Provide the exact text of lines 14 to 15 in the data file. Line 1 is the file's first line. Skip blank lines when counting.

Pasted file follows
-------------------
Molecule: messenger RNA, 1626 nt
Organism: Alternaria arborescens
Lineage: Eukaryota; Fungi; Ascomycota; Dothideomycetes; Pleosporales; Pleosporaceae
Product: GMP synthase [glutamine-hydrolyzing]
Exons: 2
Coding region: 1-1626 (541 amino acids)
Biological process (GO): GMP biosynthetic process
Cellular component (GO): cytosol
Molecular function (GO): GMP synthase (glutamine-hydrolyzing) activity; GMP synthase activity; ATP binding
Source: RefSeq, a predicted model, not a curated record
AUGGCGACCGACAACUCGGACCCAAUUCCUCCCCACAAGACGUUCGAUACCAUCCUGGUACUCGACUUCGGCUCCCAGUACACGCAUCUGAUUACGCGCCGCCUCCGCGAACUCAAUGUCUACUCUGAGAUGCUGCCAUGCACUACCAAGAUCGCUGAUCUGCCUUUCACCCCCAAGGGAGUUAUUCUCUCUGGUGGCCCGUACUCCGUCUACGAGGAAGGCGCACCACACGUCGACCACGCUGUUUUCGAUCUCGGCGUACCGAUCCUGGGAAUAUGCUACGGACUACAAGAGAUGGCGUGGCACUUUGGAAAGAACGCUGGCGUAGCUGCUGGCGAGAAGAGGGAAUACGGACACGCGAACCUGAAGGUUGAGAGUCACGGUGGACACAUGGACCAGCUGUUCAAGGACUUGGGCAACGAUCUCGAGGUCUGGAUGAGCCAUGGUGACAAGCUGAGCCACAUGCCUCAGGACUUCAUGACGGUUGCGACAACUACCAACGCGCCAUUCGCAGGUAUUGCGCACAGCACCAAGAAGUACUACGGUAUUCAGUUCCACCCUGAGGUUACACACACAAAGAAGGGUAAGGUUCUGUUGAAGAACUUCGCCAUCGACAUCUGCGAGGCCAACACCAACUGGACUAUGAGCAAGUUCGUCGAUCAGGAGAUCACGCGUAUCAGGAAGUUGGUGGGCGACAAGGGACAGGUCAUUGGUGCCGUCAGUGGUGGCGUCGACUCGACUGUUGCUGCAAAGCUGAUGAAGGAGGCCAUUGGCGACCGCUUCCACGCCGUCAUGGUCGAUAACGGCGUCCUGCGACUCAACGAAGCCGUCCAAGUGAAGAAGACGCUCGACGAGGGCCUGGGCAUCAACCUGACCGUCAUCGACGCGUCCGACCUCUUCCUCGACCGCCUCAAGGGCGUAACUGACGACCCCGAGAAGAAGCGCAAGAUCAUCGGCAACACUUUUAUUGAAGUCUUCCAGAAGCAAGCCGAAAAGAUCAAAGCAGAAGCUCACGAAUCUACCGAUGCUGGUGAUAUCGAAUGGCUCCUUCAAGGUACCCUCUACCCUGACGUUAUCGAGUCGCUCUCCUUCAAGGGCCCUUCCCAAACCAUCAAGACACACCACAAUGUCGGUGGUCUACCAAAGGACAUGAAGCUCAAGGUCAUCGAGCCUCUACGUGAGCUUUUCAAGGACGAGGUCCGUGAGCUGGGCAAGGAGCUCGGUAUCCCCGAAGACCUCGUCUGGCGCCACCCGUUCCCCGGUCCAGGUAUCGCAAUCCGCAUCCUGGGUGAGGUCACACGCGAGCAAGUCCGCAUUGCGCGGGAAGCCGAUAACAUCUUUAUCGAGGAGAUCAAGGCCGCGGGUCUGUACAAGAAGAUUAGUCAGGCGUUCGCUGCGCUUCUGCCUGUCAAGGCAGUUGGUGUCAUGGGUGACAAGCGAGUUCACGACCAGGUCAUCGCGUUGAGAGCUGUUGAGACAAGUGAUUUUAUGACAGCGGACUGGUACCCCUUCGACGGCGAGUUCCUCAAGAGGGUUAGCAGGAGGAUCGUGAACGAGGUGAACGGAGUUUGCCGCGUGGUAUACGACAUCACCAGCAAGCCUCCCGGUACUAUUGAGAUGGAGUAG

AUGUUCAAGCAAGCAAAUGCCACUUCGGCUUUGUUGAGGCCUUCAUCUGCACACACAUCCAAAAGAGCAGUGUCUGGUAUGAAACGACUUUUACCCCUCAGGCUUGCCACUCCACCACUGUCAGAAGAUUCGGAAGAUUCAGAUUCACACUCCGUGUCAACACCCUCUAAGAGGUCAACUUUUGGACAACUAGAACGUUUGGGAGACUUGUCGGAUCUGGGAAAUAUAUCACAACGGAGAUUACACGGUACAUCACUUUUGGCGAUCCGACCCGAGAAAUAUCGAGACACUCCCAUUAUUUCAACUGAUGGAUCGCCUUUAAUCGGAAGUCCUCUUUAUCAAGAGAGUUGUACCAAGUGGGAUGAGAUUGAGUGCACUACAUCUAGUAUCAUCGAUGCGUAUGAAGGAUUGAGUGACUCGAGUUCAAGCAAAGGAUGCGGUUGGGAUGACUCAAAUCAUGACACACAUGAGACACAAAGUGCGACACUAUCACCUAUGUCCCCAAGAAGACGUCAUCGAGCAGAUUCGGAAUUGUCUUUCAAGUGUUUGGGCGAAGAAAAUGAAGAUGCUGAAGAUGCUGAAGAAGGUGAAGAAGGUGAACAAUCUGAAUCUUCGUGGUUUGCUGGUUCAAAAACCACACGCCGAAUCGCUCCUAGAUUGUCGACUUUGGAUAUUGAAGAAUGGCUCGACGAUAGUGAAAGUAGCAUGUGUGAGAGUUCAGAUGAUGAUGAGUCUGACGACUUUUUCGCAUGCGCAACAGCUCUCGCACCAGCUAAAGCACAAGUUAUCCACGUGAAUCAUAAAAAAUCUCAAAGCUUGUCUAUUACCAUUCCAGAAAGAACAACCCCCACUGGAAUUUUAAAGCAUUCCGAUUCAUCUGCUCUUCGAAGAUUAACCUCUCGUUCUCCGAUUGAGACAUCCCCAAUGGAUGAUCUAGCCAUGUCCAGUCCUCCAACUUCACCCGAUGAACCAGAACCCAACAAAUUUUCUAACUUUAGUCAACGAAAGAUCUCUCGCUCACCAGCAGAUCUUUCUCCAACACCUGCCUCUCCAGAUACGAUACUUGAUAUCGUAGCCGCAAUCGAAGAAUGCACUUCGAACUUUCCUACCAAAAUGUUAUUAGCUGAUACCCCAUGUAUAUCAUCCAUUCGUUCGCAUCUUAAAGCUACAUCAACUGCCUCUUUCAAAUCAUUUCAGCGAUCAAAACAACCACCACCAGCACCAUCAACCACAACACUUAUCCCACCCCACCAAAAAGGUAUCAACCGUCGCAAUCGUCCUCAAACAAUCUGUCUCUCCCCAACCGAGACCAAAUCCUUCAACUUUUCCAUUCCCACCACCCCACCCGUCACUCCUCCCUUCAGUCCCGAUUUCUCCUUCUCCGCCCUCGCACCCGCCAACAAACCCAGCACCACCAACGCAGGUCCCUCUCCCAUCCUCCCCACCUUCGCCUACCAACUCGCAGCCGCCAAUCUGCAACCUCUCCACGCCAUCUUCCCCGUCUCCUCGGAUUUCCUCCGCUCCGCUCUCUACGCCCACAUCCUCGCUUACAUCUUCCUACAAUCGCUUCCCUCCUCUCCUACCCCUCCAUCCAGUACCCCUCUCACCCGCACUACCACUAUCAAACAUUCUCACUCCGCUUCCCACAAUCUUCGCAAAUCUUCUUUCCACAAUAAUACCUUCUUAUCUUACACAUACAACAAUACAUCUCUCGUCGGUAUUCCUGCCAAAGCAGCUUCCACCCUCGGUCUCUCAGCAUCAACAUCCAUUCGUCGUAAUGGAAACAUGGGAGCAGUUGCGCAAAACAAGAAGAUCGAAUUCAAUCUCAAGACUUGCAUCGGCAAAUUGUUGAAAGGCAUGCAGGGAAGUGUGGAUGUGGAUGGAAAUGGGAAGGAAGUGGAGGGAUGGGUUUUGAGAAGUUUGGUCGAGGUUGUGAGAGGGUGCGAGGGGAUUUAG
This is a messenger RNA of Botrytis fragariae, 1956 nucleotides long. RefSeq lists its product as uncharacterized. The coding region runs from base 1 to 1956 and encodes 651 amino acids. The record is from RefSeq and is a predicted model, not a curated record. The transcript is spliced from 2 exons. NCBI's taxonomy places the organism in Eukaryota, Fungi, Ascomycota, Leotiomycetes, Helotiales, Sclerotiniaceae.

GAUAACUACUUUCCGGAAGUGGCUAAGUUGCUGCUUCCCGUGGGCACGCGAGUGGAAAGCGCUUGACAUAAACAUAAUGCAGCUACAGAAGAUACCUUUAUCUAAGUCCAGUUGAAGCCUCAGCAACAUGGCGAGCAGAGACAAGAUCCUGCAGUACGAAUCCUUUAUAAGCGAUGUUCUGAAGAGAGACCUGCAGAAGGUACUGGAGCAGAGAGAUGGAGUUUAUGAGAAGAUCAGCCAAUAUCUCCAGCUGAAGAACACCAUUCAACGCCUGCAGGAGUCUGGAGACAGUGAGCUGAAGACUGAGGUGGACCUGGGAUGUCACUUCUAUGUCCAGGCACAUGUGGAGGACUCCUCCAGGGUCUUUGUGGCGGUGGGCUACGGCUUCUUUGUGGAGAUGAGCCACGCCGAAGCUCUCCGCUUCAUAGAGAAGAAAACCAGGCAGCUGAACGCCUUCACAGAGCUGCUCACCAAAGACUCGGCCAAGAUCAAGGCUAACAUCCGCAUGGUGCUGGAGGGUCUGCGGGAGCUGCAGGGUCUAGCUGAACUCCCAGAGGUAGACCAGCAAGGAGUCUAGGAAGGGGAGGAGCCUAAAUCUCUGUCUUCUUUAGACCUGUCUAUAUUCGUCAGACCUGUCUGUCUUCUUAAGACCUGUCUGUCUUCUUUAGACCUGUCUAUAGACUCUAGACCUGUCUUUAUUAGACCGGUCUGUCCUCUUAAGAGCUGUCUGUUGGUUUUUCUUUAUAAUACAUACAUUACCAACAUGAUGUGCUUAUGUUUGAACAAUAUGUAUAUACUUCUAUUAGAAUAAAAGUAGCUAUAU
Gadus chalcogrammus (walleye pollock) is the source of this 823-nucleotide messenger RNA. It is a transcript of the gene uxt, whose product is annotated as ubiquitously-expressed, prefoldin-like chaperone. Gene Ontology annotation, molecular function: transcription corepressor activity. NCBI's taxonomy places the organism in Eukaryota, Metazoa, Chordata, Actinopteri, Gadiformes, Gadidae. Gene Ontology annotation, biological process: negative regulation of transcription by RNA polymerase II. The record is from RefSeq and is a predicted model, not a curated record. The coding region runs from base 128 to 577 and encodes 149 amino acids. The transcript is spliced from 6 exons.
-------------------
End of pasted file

GAUAACUACUUUCCGGAAGUGGCUAAGUUGCUGCUUCCCGUGGGCACGCGAGUGGAAAGCGCUUGACAUAAACAUAAUGCAGCUACAGAAGAUACCUUUAUCUAAGUCCAGUUGAAGCCUCAGCAACAUGGCGAGCAGAGACAAGAUCCUGCAGUACGAAUCCUUUAUAAGCGAUGUUCUGAAGAGAGACCUGCAGAAGGUACUGGAGCAGAGAGAUGGAGUUUAUGAGAAGAUCAGCCAAUAUCUCCAGCUGAAGAACACCAUUCAACGCCUGCAGGAGUCUGGAGACAGUGAGCUGAAGACUGAGGUGGACCUGGGAUGUCACUUCUAUGUCCAGGCACAUGUGGAGGACUCCUCCAGGGUCUUUGUGGCGGUGGGCUACGGCUUCUUUGUGGAGAUGAGCCACGCCGAAGCUCUCCGCUUCAUAGAGAAGAAAACCAGGCAGCUGAACGCCUUCACAGAGCUGCUCACCAAAGACUCGGCCAAGAUCAAGGCUAACAUCCGCAUGGUGCUGGAGGGUCUGCGGGAGCUGCAGGGUCUAGCUGAACUCCCAGAGGUAGACCAGCAAGGAGUCUAGGAAGGGGAGGAGCCUAAAUCUCUGUCUUCUUUAGACCUGUCUAUAUUCGUCAGACCUGUCUGUCUUCUUAAGACCUGUCUGUCUUCUUUAGACCUGUCUAUAGACUCUAGACCUGUCUUUAUUAGACCGGUCUGUCCUCUUAAGAGCUGUCUGUUGGUUUUUCUUUAUAAUACAUACAUUACCAACAUGAUGUGCUUAUGUUUGAACAAUAUGUAUAUACUUCUAUUAGAAUAAAAGUAGCUAUAU
Gadus chalcogrammus (walleye pollock) is the source of this 823-nucleotide messenger RNA. It is a transcript of the gene uxt, whose product is annotated as ubiquitously-expressed, prefoldin-like chaperone. Gene Ontology annotation, molecular function: transcription corepressor activity. NCBI's taxonomy places the organism in Eukaryota, Metazoa, Chordata, Actinopteri, Gadiformes, Gadidae. Gene Ontology annotation, biological process: negative regulation of transcription by RNA polymerase II. The record is from RefSeq and is a predicted model, not a curated record. The coding region runs from base 128 to 577 and encodes 149 amino acids. The transcript is spliced from 6 exons.